the station by getting a bunch of bands to play short sets.
So you get thirteen mediocre sets by pretty well-known bands,
as opposed to a few really great sets by great bands at the
The promo video for 'Pretty Fly...' was
hilarious, featuring the lankily inept Guy Cohen as the eponymous
'hero' alongside the band. What's in store for 'Original Prankster'?
really kind of a similar feel - the song is light-hearted
rather than serious, so we did the same kind of thing. There's
a character in it who's the original prankster, and he's kind
of wreaking havoc, presumably in the LA area. Concurrent with
that there's this hip hop beach party - of course! Which [laughing]
makes perfect sense for a punk band from Orange County, to
be playing the hip hop beach party at Venice Beach. But because
it's a ridiculous song, it has a ridiculous video to go along
with it. No, we haven't got Guy Cohen back for it - he's outgrown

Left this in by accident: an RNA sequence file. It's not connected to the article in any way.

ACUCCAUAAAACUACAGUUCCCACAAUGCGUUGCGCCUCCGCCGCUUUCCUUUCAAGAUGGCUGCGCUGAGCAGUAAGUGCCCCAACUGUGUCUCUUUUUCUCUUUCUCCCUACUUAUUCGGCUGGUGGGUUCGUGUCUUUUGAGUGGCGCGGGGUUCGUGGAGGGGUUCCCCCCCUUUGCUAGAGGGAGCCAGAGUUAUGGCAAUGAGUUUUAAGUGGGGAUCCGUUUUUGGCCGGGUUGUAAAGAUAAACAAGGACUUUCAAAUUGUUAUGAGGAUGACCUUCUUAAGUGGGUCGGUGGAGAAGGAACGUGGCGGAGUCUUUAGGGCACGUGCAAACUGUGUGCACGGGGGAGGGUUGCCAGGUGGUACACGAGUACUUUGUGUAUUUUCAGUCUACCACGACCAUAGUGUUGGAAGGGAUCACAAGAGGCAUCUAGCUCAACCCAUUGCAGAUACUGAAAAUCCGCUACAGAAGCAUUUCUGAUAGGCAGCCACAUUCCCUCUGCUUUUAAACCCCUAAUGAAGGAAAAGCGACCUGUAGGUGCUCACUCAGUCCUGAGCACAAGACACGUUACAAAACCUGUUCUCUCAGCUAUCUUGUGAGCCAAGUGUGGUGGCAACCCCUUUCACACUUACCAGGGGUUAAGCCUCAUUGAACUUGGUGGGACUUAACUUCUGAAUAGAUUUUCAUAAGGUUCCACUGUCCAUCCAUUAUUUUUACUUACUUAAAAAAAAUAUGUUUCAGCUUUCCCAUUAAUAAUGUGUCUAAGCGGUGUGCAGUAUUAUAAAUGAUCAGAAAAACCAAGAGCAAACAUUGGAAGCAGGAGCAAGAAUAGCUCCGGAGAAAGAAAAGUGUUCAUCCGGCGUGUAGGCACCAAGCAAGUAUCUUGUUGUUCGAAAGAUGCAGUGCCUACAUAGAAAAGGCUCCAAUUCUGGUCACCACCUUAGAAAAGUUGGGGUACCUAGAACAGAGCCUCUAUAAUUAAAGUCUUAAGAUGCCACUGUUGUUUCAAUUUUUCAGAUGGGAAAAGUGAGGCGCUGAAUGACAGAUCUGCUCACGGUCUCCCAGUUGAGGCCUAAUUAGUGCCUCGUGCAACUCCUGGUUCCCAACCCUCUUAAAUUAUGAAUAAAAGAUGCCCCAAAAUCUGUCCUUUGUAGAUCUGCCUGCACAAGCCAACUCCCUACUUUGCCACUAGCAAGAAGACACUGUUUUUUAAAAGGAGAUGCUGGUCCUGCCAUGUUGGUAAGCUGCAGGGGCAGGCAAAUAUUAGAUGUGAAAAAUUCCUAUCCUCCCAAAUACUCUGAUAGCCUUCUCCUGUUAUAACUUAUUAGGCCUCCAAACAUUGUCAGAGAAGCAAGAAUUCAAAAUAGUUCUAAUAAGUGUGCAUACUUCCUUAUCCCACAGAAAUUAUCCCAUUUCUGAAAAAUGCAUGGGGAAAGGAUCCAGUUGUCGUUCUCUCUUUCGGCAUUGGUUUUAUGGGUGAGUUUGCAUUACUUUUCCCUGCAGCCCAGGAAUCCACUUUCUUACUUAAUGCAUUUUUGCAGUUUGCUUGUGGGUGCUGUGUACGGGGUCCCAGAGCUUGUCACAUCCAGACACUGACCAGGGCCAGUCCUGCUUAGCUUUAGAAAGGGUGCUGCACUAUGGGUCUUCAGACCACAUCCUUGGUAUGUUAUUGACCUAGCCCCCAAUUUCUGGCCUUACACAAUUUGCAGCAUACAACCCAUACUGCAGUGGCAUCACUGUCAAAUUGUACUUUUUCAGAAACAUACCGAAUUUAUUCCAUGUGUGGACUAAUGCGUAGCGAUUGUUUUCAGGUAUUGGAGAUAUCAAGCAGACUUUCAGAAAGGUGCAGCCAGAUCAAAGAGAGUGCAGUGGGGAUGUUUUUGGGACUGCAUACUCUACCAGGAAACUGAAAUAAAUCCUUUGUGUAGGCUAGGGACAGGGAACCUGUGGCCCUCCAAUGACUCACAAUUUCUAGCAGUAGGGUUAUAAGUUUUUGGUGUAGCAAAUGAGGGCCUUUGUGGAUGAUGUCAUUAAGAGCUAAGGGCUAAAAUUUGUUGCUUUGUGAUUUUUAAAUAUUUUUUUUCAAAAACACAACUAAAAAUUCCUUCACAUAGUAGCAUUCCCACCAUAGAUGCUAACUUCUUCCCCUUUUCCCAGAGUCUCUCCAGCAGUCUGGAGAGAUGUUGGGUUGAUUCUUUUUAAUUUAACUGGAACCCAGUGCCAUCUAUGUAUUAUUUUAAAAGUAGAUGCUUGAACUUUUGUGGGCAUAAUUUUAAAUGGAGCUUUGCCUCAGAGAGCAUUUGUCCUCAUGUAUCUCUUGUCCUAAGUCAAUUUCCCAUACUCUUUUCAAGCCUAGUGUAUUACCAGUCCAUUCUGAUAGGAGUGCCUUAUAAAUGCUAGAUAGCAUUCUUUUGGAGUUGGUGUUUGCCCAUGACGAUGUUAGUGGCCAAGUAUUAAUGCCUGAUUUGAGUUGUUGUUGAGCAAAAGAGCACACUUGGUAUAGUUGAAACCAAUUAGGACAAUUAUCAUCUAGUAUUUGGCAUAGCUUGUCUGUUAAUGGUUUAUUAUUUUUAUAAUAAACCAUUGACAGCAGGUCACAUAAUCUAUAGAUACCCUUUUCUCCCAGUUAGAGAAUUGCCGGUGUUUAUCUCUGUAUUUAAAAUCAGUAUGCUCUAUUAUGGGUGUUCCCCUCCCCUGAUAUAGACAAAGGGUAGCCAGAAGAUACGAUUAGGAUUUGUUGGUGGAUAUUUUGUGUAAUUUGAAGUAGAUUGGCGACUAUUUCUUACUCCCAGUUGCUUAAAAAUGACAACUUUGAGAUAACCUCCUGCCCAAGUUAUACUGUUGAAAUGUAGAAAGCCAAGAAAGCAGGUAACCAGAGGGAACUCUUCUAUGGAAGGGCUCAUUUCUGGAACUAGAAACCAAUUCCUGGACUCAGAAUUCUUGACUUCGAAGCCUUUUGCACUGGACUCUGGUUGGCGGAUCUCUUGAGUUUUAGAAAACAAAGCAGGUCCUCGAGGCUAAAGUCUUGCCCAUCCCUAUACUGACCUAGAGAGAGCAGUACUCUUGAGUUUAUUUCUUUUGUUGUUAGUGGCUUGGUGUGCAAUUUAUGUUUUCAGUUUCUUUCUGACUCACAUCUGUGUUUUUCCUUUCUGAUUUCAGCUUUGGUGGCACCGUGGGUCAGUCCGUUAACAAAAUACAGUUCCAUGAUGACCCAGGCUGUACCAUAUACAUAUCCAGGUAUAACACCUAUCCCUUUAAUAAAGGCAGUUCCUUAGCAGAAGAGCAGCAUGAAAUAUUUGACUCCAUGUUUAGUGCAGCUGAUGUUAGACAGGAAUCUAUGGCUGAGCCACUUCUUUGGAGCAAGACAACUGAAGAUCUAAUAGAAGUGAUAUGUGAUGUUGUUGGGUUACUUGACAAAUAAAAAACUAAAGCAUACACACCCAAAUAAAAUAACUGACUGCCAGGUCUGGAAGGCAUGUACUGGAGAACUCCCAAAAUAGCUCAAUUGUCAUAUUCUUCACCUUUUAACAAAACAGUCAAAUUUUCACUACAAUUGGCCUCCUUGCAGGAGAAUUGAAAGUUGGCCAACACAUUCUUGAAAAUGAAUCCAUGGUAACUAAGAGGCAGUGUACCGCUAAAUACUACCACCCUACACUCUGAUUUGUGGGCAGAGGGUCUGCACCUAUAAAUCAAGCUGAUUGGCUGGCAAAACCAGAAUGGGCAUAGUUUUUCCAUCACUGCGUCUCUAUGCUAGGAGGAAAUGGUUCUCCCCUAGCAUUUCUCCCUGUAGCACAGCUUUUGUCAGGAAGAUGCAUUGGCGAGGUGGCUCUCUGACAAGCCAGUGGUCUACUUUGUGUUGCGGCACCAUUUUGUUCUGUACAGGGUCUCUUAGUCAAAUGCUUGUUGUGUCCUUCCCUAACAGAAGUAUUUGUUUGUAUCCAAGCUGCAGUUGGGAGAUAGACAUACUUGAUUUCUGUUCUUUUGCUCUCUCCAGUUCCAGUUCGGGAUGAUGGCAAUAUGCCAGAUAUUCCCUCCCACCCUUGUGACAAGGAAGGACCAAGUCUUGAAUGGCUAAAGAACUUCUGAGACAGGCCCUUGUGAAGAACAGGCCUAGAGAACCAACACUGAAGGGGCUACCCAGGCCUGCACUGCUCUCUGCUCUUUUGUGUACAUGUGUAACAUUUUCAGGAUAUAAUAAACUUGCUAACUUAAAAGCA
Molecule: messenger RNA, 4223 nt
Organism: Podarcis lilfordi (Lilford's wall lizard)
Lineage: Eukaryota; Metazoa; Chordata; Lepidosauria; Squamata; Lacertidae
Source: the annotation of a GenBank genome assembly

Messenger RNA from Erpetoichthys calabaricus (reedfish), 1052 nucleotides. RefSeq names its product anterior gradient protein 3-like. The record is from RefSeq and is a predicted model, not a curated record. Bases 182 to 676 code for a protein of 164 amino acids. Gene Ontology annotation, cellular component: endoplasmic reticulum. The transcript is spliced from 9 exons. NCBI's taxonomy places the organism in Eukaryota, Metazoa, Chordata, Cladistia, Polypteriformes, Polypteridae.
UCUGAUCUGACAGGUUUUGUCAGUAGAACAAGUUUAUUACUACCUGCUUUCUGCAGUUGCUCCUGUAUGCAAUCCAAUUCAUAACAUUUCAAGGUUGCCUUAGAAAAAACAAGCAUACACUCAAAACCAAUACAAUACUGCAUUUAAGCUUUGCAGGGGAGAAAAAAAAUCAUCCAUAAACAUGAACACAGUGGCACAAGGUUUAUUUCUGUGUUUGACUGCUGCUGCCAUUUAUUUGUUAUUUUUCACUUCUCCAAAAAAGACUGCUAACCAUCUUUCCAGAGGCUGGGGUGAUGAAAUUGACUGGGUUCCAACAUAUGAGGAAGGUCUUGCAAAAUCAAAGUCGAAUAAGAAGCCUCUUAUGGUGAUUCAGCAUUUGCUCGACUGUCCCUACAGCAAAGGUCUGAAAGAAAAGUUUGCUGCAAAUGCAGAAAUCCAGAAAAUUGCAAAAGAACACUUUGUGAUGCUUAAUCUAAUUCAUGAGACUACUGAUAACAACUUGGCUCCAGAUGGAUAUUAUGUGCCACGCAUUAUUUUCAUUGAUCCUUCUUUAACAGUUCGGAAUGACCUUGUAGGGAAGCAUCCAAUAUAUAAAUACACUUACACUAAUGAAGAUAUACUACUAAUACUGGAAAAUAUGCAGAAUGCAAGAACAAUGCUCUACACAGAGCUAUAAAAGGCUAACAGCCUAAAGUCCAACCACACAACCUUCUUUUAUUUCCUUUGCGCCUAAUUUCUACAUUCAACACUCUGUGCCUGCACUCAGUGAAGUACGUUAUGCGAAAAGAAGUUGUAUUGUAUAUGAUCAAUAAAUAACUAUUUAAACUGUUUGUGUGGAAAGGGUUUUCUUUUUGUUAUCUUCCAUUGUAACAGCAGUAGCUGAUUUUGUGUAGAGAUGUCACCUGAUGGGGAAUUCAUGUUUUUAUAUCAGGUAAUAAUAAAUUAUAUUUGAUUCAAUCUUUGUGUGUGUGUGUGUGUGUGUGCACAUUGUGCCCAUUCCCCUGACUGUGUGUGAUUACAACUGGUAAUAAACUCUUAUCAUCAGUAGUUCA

us, he's way too big for us now. Actually, I think he ended
up having to get a job at a computer store - he probably wears
a little tag with 'My name is Fly Guy' - he's a shameless
self-promoter that one!"
And finally, are you enjoying all this,
I'm incredibly stoked to be in the position that I'm in. I
get to play music that I love with guys that I love, all around
the world. Making records is great, it's an obsessive - sometimes
frustrating - process, but it's just wonderful: I just consider
myself so lucky to be able to do it for a living. I certainly
wouldn't change my problems today for the problems I had seven
years ago - it doesn't even take me a moment's thought. I
wouldn't change it for the world..."